Why your website visitors are ‘going on a journey’

Paul Mayne
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Paul Mayne
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It’s likely that some folk, on reading the title of this blog post, might just shiver slightly and shake their heads in sadness. It does seem, increasingly, that everyone seems to be ‘taking journeys’. You do tend to hear this term in every talent show or cookery challenge you watch on TV. It can become quite annoying; but, in the case of the folk who visit your website, it is for once a valid description to use. Your aim, from the moment that people arrive at one of your pages, is to provide an easy and valuable journey for them to take, right through to the point where they then complete the action that you want them to.

The starting point for this journey may be controlled by you – or not. An example of the former is when individuals enter specific terms into a web search engine and this then delivers them to a specific landing page designed to clearly answer their questions, deliver the benefits they seek, and convince them to move onto the next step. For example, this might be to establish personal contact with you by calling, emailing, or using the online chat box on the page. This is a simple way in which an effective use of landing – and then subsequent – pages allows the visitor to take a simple journey through your site to where you both want them to be.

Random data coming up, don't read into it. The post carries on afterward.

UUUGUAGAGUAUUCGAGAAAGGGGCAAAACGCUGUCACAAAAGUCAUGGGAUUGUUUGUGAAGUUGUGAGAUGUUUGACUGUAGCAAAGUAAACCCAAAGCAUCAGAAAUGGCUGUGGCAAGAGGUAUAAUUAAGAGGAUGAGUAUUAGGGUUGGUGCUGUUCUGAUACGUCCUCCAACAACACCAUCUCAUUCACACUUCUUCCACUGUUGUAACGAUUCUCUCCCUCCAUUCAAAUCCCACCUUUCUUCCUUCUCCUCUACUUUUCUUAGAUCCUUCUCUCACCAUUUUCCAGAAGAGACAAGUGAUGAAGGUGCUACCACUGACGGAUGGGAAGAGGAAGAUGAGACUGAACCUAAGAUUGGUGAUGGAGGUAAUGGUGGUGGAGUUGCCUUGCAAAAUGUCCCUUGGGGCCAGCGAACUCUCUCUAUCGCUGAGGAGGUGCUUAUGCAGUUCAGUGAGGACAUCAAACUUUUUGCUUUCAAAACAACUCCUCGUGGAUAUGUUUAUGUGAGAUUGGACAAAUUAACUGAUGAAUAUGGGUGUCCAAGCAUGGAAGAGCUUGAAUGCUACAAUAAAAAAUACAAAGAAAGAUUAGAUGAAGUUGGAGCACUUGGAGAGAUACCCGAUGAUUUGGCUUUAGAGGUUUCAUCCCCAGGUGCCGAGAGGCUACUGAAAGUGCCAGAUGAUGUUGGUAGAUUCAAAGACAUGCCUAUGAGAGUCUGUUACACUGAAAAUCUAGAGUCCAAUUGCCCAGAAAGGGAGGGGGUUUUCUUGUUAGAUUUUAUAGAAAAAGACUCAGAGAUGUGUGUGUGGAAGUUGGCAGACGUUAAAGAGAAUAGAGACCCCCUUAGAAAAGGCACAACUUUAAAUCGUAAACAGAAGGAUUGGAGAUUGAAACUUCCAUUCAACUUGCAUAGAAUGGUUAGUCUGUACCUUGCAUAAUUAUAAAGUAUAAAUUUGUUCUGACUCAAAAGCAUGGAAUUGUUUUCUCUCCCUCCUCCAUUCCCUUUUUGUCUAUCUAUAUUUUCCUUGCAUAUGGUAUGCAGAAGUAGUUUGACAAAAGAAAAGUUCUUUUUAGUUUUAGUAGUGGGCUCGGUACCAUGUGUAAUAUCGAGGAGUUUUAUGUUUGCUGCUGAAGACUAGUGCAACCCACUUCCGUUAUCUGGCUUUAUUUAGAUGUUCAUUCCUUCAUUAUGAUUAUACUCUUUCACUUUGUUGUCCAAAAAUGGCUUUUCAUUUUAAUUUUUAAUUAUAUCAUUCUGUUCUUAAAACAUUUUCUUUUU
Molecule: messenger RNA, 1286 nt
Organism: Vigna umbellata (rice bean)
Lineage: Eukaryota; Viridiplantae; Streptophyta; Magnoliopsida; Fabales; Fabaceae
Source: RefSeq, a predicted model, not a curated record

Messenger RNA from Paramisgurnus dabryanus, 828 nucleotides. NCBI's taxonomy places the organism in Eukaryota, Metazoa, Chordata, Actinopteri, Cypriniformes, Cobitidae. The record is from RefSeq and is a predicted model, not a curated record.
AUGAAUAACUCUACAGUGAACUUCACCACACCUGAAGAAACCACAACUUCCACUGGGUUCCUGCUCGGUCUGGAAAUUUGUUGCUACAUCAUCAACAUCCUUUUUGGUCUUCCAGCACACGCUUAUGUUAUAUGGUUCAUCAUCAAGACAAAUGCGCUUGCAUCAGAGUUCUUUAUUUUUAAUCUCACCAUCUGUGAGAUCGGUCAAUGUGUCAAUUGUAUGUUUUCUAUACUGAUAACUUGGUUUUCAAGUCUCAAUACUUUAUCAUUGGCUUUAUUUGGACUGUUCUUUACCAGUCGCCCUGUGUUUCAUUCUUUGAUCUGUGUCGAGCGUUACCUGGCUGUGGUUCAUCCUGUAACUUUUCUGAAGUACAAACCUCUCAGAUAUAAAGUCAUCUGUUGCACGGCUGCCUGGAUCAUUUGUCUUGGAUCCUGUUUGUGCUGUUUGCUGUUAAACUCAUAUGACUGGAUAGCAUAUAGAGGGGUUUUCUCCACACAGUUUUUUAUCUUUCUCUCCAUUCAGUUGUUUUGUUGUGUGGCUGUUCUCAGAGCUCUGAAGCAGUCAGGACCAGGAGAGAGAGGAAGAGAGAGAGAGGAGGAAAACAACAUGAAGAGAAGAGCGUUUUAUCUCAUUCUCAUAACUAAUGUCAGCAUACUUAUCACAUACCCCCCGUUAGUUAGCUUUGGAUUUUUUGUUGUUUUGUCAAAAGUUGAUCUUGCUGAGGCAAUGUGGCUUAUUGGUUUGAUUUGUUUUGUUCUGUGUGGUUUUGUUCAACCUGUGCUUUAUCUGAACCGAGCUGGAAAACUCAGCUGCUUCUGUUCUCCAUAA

The starting points for other visits are often outside of your control. For example, visitors may arrive at your homepage after finding details elsewhere, or be directed to a specific page within your site by a social media posting from a friend. In such cases, your website design should be such that this visitor can still understand how to journey through your pages in a way that delivers the information they need and then, once again, encourages them to take the action you want – and also makes it easy for them to do so. One final point: it’s still sadly true that some company websites are effectively designed for such processes only when visited by people using desktops and laptops. The majority will now probably use tablets, smartphones and the like; so it’s vital to make sure your pages are user-friendly for visitors using all possible devices.

Paul Mayne
About the author

Paul Mayne

Paul heads up Creative Intent as Managing Director. Paul has been working in the design and marketing industry since 2003, starting off as a graphic designer before completing a Diploma in Web Design in 2005. After spending 4 years as a web designer, Paul became the general manager of a local web agency before founding Creative Intent in 2011.

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